For example, let's ignore computers: You are wanted for wire fraud. The police search your home with a warrant for accounting documents. They find a small fire safe in the back of your attic. They ask for your combo and like a smart criminal you say "lawyer" and nothing else. So they will see if their safe crackers can open it without risking damage to the contents. Lets say it's a sort of safe where you need to blow it open, and this may destroy the documents it might contain. So they need that combo. They go to a judge and want a subpoena for the combonation. Or rather, they subpoena the contents of the safe. You don't have to tell them the combo, but you do have to open the safe for them if you want to keep the combo secret. At least, that's what they get if the judge sides with them. So the question is, where does this fall WRT the Act of Production Doctrine. The safe was in the corner of your attic. It could have been there when you moved in. It could be your roommates. You could be aware of its existence, or not. You could have put its contents inside of it, or not. At this point, the police do not know any of these answers. So by the Act of Production Doctrine, opening the safe would be testifying as to all of these things. Therefore, the Fifth would protect you from this demand. However, if they dust it for prints and find that your prints are all over the tumbler, then you're on shakier ground. The judge may rule that this shows that your control of the safe is now a "forgone conclusion" and issue the subpoena. Of course, you could say "Well yeah, it was here when I moved in, I tried a few obvious combos, they didn't work, I gave up". That will be up to the judge to decide. Contrary to /. belief, judges are not robots, and are allowed to make this kind of judgement. If you say "I bought that years ago, I don't even remember the combonation anymore" then it is up to the judge, again, to decide if you're lying. If he thinks you're lying, he can lock you up for contempt to "jog your memory". IIRC there is no limit to how long this can go on. It's a shitty thing to happen if you legitimately don't remember your safe combo. But it's nothing anywhere CLOSE to new.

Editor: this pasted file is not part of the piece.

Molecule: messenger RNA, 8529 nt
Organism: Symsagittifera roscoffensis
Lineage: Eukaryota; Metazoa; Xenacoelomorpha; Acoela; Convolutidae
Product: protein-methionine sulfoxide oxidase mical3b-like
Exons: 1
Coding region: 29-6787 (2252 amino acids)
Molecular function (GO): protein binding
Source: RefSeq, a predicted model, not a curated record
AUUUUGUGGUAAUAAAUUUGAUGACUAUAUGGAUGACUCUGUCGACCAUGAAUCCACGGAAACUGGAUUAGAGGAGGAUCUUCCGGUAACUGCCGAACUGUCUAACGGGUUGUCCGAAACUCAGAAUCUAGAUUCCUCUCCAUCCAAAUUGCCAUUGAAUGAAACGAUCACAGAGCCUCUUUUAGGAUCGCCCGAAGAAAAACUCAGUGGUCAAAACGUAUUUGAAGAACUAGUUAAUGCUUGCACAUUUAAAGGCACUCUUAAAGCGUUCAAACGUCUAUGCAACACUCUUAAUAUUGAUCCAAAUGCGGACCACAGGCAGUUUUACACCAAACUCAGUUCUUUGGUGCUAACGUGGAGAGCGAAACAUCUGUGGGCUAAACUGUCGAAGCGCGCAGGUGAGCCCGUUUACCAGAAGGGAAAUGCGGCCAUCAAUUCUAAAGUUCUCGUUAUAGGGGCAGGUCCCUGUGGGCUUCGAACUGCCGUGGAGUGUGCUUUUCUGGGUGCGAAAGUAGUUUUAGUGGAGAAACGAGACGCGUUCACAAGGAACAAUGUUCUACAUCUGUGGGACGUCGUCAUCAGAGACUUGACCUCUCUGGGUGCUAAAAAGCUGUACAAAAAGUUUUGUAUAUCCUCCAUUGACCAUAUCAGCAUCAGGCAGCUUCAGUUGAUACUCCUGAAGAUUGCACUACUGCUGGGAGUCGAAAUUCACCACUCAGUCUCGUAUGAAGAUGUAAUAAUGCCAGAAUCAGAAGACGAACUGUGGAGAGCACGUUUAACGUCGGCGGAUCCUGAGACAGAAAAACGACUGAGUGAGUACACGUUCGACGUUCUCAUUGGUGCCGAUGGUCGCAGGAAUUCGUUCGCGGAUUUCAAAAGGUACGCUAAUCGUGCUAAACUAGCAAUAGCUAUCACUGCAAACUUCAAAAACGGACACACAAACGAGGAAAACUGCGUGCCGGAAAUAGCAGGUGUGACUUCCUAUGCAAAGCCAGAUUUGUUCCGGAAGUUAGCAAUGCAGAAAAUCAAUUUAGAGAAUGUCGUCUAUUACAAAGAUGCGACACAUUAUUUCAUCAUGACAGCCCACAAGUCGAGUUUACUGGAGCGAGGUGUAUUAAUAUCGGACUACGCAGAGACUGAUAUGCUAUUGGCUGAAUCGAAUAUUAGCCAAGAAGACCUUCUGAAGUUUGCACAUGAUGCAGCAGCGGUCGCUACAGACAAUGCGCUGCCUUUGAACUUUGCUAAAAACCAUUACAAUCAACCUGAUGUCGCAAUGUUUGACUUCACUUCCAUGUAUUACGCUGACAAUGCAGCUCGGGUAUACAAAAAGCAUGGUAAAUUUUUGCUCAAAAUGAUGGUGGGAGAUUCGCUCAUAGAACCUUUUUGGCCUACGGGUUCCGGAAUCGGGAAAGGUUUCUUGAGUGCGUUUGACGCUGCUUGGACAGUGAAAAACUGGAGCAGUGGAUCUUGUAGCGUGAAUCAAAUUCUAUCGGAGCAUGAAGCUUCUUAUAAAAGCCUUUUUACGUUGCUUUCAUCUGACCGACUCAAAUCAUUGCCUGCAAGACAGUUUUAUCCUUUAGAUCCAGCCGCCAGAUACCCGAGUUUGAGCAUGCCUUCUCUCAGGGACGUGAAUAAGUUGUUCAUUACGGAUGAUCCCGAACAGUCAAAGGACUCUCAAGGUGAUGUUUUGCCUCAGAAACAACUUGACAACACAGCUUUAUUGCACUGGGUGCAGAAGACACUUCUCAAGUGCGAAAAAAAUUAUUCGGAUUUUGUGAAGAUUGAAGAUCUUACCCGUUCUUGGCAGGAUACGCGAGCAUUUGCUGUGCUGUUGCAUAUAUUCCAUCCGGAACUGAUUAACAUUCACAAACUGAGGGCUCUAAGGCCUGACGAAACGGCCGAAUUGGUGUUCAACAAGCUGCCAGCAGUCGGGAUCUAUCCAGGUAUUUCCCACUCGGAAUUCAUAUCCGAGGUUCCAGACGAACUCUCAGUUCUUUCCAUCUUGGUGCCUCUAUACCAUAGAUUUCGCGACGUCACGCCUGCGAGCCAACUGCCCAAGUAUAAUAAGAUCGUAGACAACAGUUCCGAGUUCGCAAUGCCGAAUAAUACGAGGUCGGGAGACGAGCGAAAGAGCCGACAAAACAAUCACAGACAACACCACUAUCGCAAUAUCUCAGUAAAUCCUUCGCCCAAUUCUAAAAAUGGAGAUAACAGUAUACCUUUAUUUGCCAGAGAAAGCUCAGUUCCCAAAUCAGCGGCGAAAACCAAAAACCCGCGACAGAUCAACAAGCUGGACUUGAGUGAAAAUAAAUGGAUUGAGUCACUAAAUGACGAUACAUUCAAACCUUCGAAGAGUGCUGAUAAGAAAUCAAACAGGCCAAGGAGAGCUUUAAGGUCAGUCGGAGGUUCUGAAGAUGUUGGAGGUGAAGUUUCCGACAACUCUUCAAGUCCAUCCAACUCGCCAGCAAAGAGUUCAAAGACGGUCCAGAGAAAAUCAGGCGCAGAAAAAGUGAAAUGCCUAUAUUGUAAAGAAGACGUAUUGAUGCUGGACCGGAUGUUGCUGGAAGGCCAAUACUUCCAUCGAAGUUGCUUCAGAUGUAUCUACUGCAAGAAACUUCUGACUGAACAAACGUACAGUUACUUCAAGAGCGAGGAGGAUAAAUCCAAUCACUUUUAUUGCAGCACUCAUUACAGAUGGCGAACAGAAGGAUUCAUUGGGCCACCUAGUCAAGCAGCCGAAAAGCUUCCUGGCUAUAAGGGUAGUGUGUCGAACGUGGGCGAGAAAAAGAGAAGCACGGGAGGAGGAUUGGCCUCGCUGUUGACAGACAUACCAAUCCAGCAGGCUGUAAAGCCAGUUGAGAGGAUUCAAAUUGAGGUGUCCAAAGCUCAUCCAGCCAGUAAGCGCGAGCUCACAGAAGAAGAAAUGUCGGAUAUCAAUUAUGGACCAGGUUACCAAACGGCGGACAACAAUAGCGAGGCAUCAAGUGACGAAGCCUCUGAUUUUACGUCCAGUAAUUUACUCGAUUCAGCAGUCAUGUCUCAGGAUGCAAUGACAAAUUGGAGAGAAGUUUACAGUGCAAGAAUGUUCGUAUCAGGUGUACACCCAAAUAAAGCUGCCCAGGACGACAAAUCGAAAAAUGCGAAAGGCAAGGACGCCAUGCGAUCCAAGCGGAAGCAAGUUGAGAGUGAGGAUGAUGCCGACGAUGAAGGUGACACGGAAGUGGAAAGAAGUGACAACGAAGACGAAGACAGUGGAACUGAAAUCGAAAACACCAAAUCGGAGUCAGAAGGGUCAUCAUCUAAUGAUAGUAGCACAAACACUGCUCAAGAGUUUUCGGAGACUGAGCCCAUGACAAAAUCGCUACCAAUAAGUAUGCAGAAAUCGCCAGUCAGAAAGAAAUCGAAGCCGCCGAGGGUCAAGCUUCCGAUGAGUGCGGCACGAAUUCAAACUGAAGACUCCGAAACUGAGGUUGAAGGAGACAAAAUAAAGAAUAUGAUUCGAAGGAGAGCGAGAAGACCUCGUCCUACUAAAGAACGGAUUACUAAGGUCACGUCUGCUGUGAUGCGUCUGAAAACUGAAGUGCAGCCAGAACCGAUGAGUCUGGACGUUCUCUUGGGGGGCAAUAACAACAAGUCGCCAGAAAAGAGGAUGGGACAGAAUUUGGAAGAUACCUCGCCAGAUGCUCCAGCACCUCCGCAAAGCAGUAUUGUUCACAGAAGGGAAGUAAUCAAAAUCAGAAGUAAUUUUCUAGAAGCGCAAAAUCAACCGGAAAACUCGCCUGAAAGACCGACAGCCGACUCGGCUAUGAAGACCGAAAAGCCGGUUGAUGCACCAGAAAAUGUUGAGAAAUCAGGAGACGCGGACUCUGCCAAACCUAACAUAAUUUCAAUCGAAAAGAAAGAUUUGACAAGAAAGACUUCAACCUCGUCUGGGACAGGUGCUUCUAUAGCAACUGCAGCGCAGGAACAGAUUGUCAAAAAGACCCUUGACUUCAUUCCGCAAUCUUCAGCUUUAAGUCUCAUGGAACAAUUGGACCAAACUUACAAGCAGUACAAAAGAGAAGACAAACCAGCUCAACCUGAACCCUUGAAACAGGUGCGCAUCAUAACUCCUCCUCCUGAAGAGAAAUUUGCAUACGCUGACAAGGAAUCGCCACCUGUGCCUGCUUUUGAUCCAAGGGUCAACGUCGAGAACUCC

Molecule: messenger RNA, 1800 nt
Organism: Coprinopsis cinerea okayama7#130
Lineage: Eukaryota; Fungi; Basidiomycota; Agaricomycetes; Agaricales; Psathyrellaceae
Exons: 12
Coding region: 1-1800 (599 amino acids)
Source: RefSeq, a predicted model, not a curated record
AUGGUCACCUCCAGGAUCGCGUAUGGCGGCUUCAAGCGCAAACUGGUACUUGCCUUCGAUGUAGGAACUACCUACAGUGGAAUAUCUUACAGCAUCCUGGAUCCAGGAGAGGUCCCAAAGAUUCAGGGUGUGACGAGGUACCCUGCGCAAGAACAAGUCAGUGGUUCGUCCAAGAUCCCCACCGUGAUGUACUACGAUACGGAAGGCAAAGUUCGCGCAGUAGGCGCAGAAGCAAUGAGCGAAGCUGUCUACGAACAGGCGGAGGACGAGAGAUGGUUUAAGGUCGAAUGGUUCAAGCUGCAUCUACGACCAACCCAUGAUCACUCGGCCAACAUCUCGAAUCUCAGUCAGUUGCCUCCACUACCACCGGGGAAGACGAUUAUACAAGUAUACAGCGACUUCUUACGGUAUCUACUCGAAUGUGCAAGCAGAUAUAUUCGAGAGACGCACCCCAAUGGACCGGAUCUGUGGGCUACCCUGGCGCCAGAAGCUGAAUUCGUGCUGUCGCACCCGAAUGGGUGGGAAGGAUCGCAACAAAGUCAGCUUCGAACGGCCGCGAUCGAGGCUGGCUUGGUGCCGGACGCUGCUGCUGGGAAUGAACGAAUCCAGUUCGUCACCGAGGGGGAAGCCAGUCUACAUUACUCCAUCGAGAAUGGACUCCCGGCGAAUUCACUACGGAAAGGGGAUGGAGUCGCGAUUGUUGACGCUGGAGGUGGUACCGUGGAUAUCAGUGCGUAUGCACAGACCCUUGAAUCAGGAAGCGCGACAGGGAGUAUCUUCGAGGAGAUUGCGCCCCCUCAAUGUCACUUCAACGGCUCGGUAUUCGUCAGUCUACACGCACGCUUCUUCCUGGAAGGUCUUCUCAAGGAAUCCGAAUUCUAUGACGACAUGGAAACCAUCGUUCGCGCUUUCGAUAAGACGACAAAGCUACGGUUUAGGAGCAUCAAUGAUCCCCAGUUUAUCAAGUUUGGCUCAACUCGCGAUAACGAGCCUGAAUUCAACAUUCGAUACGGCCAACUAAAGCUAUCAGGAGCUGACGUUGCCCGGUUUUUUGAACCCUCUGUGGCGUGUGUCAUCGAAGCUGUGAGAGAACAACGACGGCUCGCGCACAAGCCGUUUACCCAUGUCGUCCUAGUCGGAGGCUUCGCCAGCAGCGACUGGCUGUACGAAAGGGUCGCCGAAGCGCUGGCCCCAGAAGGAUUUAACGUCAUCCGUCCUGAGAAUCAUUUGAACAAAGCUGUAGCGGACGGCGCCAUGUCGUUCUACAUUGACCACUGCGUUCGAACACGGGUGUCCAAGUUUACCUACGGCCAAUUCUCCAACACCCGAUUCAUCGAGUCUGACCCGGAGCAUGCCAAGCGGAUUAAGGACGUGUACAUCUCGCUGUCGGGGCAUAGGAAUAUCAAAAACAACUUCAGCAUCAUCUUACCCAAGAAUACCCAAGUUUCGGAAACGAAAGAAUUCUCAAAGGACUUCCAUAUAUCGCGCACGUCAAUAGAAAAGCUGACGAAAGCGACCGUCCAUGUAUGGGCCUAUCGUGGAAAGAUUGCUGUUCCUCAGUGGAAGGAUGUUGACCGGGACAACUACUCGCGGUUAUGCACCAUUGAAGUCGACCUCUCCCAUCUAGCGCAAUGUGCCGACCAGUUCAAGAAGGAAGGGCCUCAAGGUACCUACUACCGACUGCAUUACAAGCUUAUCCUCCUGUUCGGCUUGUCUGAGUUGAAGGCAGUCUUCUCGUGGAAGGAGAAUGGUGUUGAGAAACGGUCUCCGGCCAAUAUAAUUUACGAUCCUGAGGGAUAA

On the other hand, if instead of saying "lawyer" you said "hahaha, stupid coppers, only I know the combonation, and if you try to crack the safe you will destroy all of the evidence of my many crimes! The Firth will protect me and I'll walk!" then a judge will almost certainly accept your volunteered testimony on the matter and rule that it is a "foregone conclusion" that you know the safe combo (and that you know it contains the documents the police are looking for). So, don't say that.

In this case, the defendant did the second thing, though without all of the "I did it" bits. He admitted the laptop was his, he admitted it contained encrypted emails discussing the allegedly fradulent things the company was doing, and he admitted that he still knows the password. So the legal question was not "can we compel somebody to reveal a key" because that's already legally decided. The question is "is a password a key? or is it just a word?" The judge ruled that a password was a key, and since the defendant was no longer protected by the Act of Production Doctrine due to his own previous testimony, he can be compelled to use that key. This will only apply to you if the Act of Production Doctrine does not protect you.